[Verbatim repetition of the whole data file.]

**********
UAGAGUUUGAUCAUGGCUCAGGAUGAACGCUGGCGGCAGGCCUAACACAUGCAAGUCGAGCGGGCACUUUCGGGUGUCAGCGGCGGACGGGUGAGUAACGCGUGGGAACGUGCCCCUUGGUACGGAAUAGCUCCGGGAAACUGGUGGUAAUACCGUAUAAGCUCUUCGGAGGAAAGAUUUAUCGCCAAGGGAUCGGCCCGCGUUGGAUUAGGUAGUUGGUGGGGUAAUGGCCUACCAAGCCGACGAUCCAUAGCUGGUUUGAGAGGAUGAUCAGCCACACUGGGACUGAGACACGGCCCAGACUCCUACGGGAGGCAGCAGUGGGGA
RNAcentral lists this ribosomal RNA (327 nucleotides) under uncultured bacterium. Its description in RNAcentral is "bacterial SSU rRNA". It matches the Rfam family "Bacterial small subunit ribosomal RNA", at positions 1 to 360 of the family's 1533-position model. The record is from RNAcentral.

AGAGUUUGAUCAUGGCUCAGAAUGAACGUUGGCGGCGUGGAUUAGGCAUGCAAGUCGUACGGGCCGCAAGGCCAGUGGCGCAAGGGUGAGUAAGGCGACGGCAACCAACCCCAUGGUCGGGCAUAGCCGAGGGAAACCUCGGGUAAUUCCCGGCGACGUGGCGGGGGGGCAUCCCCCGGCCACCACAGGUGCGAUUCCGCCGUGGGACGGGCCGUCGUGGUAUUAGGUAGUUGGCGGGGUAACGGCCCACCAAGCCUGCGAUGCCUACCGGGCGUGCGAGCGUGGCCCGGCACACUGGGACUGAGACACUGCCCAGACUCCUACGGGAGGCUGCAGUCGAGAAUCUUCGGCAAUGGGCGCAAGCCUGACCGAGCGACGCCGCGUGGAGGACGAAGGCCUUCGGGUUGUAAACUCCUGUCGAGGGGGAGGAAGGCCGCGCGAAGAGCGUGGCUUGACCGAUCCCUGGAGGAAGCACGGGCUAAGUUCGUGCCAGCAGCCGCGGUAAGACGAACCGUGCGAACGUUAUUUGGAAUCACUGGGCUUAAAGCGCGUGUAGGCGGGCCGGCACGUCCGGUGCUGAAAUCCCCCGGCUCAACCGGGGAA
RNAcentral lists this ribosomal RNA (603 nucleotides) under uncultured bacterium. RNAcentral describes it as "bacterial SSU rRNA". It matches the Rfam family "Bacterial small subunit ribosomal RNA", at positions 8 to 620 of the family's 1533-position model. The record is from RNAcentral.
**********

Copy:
UAGAGUUUGAUCAUGGCUCAGGAUGAACGCUGGCGGCAGGCCUAACACAUGCAAGUCGAGCGGGCACUUUCGGGUGUCAGCGGCGGACGGGUGAGUAACGCGUGGGAACGUGCCCCUUGGUACGGAAUAGCUCCGGGAAACUGGUGGUAAUACCGUAUAAGCUCUUCGGAGGAAAGAUUUAUCGCCAAGGGAUCGGCCCGCGUUGGAUUAGGUAGUUGGUGGGGUAAUGGCCUACCAAGCCGACGAUCCAUAGCUGGUUUGAGAGGAUGAUCAGCCACACUGGGACUGAGACACGGCCCAGACUCCUACGGGAGGCAGCAGUGGGGA
RNAcentral lists this ribosomal RNA (327 nucleotides) under uncultured bacterium. Its description in RNAcentral is "bacterial SSU rRNA". It matches the Rfam family "Bacterial small subunit ribosomal RNA", at positions 1 to 360 of the family's 1533-position model. The record is from RNAcentral.

AGAGUUUGAUCAUGGCUCAGAAUGAACGUUGGCGGCGUGGAUUAGGCAUGCAAGUCGUACGGGCCGCAAGGCCAGUGGCGCAAGGGUGAGUAAGGCGACGGCAACCAACCCCAUGGUCGGGCAUAGCCGAGGGAAACCUCGGGUAAUUCCCGGCGACGUGGCGGGGGGGCAUCCCCCGGCCACCACAGGUGCGAUUCCGCCGUGGGACGGGCCGUCGUGGUAUUAGGUAGUUGGCGGGGUAACGGCCCACCAAGCCUGCGAUGCCUACCGGGCGUGCGAGCGUGGCCCGGCACACUGGGACUGAGACACUGCCCAGACUCCUACGGGAGGCUGCAGUCGAGAAUCUUCGGCAAUGGGCGCAAGCCUGACCGAGCGACGCCGCGUGGAGGACGAAGGCCUUCGGGUUGUAAACUCCUGUCGAGGGGGAGGAAGGCCGCGCGAAGAGCGUGGCUUGACCGAUCCCUGGAGGAAGCACGGGCUAAGUUCGUGCCAGCAGCCGCGGUAAGACGAACCGUGCGAACGUUAUUUGGAAUCACUGGGCUUAAAGCGCGUGUAGGCGGGCCGGCACGUCCGGUGCUGAAAUCCCCCGGCUCAACCGGGGAA
RNAcentral lists this ribosomal RNA (603 nucleotides) under uncultured bacterium. RNAcentral describes it as "bacterial SSU rRNA". It matches the Rfam family "Bacterial small subunit ribosomal RNA", at positions 8 to 620 of the family's 1533-position model. The record is from RNAcentral.